Plainsong

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Plainsong (also plainchant; Latin: cantus planus) is a body of chants used in the liturgies of the Western Church. Though the Eastern Orthodox churches and the Western Church did not split until long after the origin of plainsong, Byzantine chants are generally not classified as plainsong.

Plainsong is monophonic, consisting of a single, unaccompanied melodic line. Its rhythm is generally freer than the metered rhythm of later Western music.

History[edit]

A sample of the Kýrie Eléison (Orbis Factor) from the Liber Usualis, in neume notation. Listen to it interpreted.

Plainsong developed during the earliest centuries of Christianity, influenced possibly by the music of the Jewish synagogue and certainly by the Greek modal system. It has its own system of notation, employing a stave of 4 lines instead of 5[1]

Two methods of singing psalms or other chants are responsorial and antiphonal. In responsorial singing, the soloist (or choir) sings a series of verses, each one followed by a response from the choir (or congregation). In antiphonal singing, the verses are sung alternately by soloist and choir, or by choir and congregation.[2] It is probable that even in the early period the two methods caused that differentiation in the style of musical composition which is observed throughout the later history of plain chant, the choral compositions being of a simple kind, the solo compositions more elaborate, using a more extended compass of melodies and longer groups of notes on single syllables. A marked feature in plain chant is the use of the same melody for various texts. This is quite typical for the ordinary psalmody in which the same formula, the "psalm tone", is used for all the verses of a psalm, just as in a hymn or a folk song the same melody is used for the various stanzas.[3]

Gregorian chant is a variety of plainsong named after Pope Gregory I (6th century A.D.), although Gregory himself did not invent the chant. The tradition linking Gregory I to the development of the chant seems to rest on a possibly mistaken identification of a certain "Gregorius", probably Pope Gregory II, with his more famous predecessor.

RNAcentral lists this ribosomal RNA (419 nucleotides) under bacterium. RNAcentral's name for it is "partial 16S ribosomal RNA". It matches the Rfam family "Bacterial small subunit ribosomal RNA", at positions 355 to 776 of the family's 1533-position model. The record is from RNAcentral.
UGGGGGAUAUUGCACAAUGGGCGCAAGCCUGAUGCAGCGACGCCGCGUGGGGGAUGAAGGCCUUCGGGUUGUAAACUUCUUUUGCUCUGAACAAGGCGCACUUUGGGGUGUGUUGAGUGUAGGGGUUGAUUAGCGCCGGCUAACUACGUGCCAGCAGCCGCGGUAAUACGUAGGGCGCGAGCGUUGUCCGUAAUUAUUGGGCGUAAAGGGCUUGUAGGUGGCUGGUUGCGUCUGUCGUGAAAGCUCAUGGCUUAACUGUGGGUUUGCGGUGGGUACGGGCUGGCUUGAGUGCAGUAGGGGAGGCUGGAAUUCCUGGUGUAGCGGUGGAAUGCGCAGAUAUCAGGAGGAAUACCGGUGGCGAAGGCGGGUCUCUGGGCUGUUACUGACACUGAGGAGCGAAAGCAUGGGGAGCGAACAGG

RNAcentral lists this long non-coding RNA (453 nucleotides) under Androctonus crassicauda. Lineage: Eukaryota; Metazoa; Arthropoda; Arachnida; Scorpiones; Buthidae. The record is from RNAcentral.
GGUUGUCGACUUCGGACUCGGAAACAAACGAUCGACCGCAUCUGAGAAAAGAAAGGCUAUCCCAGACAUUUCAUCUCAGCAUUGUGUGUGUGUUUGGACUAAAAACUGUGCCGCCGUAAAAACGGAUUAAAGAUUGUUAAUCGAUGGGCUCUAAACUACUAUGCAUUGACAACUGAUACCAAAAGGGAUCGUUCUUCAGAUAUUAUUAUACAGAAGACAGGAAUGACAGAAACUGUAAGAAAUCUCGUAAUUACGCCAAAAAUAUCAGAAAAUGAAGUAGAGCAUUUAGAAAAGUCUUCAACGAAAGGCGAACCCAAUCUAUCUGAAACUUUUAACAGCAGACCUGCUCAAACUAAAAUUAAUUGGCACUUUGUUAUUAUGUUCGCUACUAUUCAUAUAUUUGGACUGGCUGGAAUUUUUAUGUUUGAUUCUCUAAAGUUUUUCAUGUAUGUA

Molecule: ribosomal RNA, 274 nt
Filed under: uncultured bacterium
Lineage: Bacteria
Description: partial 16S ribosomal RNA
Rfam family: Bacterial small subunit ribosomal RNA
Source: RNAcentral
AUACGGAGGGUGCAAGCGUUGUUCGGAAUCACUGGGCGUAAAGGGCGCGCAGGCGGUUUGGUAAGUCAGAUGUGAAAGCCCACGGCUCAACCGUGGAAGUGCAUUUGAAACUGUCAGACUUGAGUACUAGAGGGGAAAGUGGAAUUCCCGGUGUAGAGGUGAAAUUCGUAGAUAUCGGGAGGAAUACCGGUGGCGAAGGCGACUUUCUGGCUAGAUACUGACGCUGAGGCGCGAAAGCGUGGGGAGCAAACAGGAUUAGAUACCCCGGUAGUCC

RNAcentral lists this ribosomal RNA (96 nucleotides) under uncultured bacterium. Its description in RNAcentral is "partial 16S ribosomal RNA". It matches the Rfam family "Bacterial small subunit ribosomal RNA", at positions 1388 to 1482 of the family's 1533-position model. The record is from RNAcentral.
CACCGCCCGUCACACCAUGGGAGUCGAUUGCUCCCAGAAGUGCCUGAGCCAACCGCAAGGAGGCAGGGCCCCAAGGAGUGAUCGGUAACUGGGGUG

For several centuries, different plainchant styles existed concurrently. Standardization on Gregorian chant was not completed, even in Italy, until the 12th century. Plainchant represents the first revival of musical notation after knowledge of the ancient Greek system was lost. Plainsong notation differs from the modern system in having only four lines to the staff and a system of note shapes called neumes.

In the late 9th century, plainsong began to evolve into organum, which led to the development of polyphony.

There was a significant plainsong revival in the 19th century, when much work was done to restore the correct notation and performance-style of the old plainsong collections, notably by the monks of Solesmes Abbey, in northern France. After the Second Vatican Council and the introduction of the New Rite Mass, use of plainsong in the Catholic Church declined and was mostly confined to the monastic orders[3] and to ecclesiastical societies celebrating the traditional Latin Mass (also called Tridentine Mass). But, since Pope Benedict XVI's motu proprio, Summorum Pontificum, use of the Tridentine rite has increased; this, along with other papal comments on the use of appropriate liturgical music, is promoting a new plainsong revival.[verification needed]

The Plainsong and Medieval Music Society was founded in 1888 to promote the performance and study of liturgical chant and medieval polyphony.[4]

Interest in plainsong picked up in 1950s Britain, particularly in the left-wing religious and musical groups associated with Gustav Holst and the writer George B. Chambers. In the late 1980s, plainchant achieved a certain vogue as music for relaxation, and several recordings of plainchant became "classical-chart hits".

Chant types[edit]

The following is a classification of Gregorian chants into types. Other chant traditions, such as the Ambrosian or Visigothic, may lack some of the types listed, and may have other types not listed.

Example[edit]

From the Ordo Virtutum

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References[edit]

  1. ^ Kennedy, Michael and Kennedy, Joyce Bourne. The Concise Oxford Dictionary of Music,(5 ed.), Oxford University Press, 2007, ISBN 978-01-9920383-3
  2. ^ Weber, Jerome F. "Early Western Chant", Western Catholic Liturgics
  3. ^ a b Bewerunge, Henry. "Plain Chant." The Catholic Encyclopedia. Vol. 12. New York: Robert Appleton Company, 1911. 14 Oct. 2013
  4. ^ The Plainsong and Medieval Music Society, Bangor University, Gwynedd

External links[edit]